Microcrystalline cellulose is a term for refined wood pulp and is used as a texturizer, an anti-caking agent, a fat substitute, an emulsifier, an extender, and a bulking agent in food production. The most common form is used in vitamin supplements or tablets. It is also used in plaque assays for counting viruses, as an alternative to carboxymethylcellulose.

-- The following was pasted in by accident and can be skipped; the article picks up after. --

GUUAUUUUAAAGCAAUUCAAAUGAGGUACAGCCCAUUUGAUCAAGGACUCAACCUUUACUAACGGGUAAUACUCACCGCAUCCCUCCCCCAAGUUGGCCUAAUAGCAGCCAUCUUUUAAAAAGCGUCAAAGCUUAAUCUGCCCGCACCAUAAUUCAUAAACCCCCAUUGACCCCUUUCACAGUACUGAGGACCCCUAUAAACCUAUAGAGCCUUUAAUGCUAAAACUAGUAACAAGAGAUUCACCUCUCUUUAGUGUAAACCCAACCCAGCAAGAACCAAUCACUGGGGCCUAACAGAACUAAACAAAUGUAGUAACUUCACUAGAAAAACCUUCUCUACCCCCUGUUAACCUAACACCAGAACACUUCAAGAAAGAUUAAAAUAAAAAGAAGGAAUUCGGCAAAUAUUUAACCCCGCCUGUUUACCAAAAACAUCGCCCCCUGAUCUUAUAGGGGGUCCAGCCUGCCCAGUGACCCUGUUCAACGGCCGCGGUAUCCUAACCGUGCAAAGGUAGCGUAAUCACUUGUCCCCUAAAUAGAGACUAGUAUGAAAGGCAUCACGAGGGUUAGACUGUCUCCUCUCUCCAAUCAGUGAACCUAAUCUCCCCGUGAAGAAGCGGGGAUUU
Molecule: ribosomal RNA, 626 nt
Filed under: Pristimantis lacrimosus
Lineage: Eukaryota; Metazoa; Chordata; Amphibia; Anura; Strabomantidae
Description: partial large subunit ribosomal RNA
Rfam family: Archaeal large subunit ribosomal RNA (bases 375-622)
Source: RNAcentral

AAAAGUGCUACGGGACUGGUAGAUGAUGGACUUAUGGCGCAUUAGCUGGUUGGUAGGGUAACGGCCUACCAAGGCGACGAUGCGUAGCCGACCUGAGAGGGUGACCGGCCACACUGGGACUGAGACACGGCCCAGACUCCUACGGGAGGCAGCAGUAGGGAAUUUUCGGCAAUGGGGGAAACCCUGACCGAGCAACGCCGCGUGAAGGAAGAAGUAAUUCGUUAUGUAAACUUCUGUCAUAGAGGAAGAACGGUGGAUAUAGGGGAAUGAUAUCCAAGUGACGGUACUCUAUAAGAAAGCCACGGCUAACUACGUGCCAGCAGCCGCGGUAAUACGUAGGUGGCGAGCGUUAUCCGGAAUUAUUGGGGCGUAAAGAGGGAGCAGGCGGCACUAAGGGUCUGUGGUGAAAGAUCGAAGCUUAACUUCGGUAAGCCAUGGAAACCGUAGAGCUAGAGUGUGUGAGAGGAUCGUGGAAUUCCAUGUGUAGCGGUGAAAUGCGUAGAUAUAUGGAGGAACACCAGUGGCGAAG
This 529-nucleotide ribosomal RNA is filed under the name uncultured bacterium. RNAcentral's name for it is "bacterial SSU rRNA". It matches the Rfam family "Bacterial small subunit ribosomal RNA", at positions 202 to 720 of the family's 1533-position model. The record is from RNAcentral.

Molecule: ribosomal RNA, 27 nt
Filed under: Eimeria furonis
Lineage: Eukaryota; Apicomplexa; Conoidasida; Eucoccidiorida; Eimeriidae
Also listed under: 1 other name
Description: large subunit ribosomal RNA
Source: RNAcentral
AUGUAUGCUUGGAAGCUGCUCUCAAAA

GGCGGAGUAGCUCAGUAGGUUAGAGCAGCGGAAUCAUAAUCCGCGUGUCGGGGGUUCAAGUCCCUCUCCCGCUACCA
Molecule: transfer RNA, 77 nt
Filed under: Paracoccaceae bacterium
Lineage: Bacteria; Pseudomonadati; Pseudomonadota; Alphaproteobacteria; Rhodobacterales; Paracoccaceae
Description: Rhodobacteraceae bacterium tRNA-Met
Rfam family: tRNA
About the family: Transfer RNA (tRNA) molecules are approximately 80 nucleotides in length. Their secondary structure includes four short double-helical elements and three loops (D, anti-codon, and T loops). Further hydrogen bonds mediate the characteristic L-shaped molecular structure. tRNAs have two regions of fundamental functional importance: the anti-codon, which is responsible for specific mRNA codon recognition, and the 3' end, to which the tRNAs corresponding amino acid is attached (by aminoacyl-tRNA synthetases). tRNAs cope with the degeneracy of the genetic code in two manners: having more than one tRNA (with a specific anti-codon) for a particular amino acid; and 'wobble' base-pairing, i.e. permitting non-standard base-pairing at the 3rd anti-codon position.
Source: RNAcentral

In many ways, cellulose makes the ideal excipient. A naturally occurring polymer, it is composed of glucose units connected by a 1-4 beta glycosidic bond. These linear cellulose chains are bundled together as microfibril spiralled together in the walls of plant cell. Each microfibril exhibits a high degree of three-dimensional internal bonding resulting in a crystalline structure that is insoluble in water and resistant to reagents. There are, however, relatively weak segments of the microfibril with weaker internal bonding. These are called amorphous regions; some argue that they are more accurately called dislocations, because of the single-phase structure of microfibrils. The crystalline region is isolated to produce microcrystalline cellulose.